NTP is an internet protocol that’s used to synchronise the clocks on computer networks to within a few milliseconds of universal coordinated time (UTC). It enables devices to request and receive UTC from a server that, in turn, receives precise time from an atomic clock.
- NTP Hierarchy: Stratum Levels Explained
- What Is SNTP and How Is It Different?
- Public NTP Servers vs. Local NTP Servers
What Is NTP?
“A man with one watch knows what time it is. A man with two watches is never sure.”
Segal’s law pokes fun at the person who makes no effort to check they’re right while highlighting the complexity of receiving information from more than one source.
When it comes to synchronising your operations, network time protocol (NTP) solves both problems, providing users with the certainty of accurate time across a whole network of devices.
Like any network protocol, NTP is a set of rules, or conventions, that dictate how devices on a network should transmit, receive and understand data. Think about it as a shared language, allowing devices to communicate, in this instance, about time.
NTP allows networked devices, such as clocks, phones and computers, to request and receive time from a server that, in turn, receives precise time from a definitive time source, like an atomic clock.
NTP was developed in the 1980s and is now on version four. Since its release, it’s been used to synchronise the critical systems of businesses, organisations and governments all over the world.
Why Is Time Synchronisation Important?
As life becomes digitised and automated, exact time is increasingly important:
- The telecommunications industry relies on accurate time for the transfer of vast amounts of data.
- Utility companies use time synchronisation to manage power distribution.
- Financial services need exact time to timestamp transactions and ensure traceable records.
- Satellite navigation depends on precise time, with a difference of one microsecond causing a positioning error of 300 metres.1
- CCTV and speed cameras require an accurate timestamp to be admissible as evidence.
- Countless businesses rely on precise time to manage their day-to-day processes, such as synchronising clocking-in systems.
For organisations of any size, NTP is a cost-effective, reliable and user-friendly method of distributing precise time throughout a network, allowing users to boost productivity, improve customer service, enhance security and more.
Moreover, by using NTP to synchronise to UTC—a global time standard—organisations and governments are able to coordinate international operations.
What Is UTC and How Is It Decided?
UTC is the standard the world has agreed on as the basis for civil time. It’s the result of a decades-long process of invention, revision and collaboration, during which time the standard moved from Greenwich Mean Time (GMT), to Atomic Time (TAI), to UTC.
Importantly, UTC is a time standard, not a time zone, which means it’s the same all over the world and isn’t affected by daylight savings. In fact, time zones are expressed according to their offset from UTC (+/- the number hours). UTC is maintained by comparing more than 200 atomic clocks located all over the world. The Bureau International des Poids et Measures (BIPM), in France, is responsible for collating this data and generating definitive UTC time.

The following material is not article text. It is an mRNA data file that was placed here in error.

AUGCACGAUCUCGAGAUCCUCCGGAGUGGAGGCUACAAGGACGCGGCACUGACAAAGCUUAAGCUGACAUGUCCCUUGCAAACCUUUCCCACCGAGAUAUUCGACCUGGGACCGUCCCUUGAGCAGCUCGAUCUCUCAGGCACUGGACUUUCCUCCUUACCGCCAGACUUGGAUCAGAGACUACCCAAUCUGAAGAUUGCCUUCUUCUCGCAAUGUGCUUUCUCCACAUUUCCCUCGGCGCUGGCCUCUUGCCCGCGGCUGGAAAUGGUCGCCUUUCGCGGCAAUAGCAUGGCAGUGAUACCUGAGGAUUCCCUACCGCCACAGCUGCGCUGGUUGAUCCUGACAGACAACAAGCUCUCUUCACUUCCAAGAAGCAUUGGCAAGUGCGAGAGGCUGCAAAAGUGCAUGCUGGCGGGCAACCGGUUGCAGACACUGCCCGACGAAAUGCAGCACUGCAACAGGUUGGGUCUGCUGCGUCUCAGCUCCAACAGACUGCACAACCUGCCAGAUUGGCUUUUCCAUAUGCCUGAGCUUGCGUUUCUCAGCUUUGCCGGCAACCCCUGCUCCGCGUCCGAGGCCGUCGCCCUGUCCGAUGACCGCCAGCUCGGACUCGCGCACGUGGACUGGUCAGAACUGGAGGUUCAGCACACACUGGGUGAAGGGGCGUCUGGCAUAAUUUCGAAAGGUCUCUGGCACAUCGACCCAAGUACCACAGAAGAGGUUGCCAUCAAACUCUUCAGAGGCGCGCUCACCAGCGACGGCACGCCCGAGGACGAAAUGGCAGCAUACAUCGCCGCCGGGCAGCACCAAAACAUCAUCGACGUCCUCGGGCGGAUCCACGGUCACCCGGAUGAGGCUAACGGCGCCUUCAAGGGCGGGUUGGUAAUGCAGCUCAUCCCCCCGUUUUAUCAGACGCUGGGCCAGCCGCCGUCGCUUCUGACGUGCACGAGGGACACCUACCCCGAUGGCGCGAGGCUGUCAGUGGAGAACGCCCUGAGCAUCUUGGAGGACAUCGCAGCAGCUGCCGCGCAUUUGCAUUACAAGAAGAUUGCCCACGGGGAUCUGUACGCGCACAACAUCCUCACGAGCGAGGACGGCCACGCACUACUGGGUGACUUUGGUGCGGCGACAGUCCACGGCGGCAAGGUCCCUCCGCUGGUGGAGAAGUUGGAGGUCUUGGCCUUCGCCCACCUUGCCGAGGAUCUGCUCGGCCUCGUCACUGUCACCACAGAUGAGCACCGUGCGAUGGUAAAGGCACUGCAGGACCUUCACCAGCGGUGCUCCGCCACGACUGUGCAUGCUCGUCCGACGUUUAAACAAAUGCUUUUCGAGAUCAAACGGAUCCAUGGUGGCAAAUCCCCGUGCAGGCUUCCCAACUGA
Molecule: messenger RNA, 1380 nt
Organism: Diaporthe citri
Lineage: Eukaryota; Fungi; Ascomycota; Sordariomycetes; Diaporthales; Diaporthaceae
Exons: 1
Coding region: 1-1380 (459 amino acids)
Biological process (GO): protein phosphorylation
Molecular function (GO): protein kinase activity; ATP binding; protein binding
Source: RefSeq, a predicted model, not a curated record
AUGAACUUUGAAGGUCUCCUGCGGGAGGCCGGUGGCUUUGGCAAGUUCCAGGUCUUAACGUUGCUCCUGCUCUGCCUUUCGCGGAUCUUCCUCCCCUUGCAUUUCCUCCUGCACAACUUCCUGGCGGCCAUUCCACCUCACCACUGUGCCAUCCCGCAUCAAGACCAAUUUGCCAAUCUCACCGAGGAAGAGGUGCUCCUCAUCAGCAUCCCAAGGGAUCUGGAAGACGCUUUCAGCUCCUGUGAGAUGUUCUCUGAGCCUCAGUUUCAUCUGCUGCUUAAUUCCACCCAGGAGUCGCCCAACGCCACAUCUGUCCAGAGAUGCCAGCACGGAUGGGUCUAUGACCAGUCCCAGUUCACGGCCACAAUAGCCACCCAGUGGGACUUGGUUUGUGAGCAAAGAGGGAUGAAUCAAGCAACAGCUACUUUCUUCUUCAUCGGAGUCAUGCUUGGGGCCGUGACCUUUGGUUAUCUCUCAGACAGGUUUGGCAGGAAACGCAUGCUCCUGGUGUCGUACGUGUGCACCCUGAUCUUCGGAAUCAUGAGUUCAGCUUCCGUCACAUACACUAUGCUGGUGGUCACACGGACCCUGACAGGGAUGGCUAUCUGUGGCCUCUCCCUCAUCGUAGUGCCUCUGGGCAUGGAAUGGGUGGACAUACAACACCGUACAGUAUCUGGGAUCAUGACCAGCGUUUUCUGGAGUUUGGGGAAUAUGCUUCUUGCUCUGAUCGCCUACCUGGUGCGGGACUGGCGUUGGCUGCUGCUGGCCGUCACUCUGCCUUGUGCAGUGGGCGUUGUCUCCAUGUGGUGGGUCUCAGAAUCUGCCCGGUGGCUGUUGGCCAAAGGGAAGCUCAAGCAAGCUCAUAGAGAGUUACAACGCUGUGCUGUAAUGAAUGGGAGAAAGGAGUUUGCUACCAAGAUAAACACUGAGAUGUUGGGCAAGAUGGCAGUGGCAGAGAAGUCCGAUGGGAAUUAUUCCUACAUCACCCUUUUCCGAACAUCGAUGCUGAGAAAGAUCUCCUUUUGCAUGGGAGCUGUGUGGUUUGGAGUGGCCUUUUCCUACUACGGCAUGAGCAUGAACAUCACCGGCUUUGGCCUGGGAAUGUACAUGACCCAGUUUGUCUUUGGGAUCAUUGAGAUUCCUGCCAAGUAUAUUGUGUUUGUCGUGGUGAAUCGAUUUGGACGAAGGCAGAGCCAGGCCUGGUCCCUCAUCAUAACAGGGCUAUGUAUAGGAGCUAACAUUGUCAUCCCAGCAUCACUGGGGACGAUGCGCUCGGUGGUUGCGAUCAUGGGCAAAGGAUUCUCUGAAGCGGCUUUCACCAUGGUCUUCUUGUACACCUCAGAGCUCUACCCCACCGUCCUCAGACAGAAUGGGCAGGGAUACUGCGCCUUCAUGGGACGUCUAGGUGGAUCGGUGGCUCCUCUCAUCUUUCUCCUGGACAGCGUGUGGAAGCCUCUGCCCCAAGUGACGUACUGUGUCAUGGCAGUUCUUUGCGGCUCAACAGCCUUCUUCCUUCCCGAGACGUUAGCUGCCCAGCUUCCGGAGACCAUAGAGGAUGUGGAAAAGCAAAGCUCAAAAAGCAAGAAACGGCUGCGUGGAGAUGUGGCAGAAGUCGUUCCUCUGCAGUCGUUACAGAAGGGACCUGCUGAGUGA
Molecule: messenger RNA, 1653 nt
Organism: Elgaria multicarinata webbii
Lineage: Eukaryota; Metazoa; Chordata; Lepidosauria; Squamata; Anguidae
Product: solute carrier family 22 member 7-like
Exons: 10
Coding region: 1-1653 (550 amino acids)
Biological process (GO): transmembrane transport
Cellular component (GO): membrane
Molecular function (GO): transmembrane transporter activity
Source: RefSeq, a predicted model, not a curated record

How Does NTP Work?
NTP makes UTC available to an organisation by taking a time signal from one, or more, atomic clocks and distributing it to networked devices.
The clients and server communicate in a series of requests and responses:
- The client sends an NTP request packet to the time server, stamping the time as it does so (the origin timestamp).
- The server stamps the time when the request packet is received (the receive timestamp).
- The server stamps the time again when it sends a response packet back to the client (the transmit timestamp).
- The client stamps the time when the response packet is received (the destination timestamp).
This process may only take microseconds, but the timestamps allow the client to account for the roundtrip delay and work out the difference between its internal time and that provided by the server, adjusting itself as necessary and maintaining synchronisation.
NTP Hierarchy: Stratum Levels Explained
On large networks, there may be so many clients that the server can’t handle requests from all of them. In these instances, servers and clients are arranged in a hierarchy of levels called stratums.
Stratum one servers have a direct connection, via a radio or GPS signal, with the primary time source, and they provide that time to clients on stratum two via a network connection.
In turn, stratum two devices can function like a server by providing time to clients on stratum three, and those on stratum three can provide it to those on stratum four—and so on. In this way, stratum one devices aren’t overloaded with too many requests.
A total of 15 synchronised stratum levels are possible (stratum 16 is for unsynchronised clients), but each one introduces another layer of network delay, causing accuracy to decrease. To combat this, NTP clients can be set up to request time from multiple servers to help them determine the correct time as closely as possible.
What Is SNTP and How Is It Different?
Simple network time protocol (SNTP) is exactly what its name suggests: a stripped-down version of NTP that’s suited to small networks and computers with limited processing power.
SNTP and NTP share several similarities. For example, the packets of data exchanged between the clients and the time server are identical, making any time server compatible with both.
However, SNTP lacks the many algorithms that NTP uses to determine and maintain synchronisation.
Practically, for instance, NTP calculates the drift rate of a given clock from the true time and adjusts that rate to maintain the clock’s synchronisation. SNTP, on the other hand, allows the clock to drift and then jumps the time forward or back to match the true time at given intervals.
Between these intervals, it’s possible for the clock to be out of sync, making SNTP unsuitable for applications that demand the highest levels of precision.
SNTP also differs in the number of servers it uses for synchronisation. Whereas NTP allows clients on one stratum to act as servers to clients on the next, SNTP is based on a single server-client relationship.
Additional time servers can be specified as backups, but SNTP, unlike NTP, is unable to communicate with several servers in order to discern which is the most accurate. SNTP was released in the early 1990s to suit the limited processing power of the computers of the day. Today, there are few instances where NTP can’t be handled, but SNTP can still be useful for simple applications that don’t require the higher level of precision provided by NTP.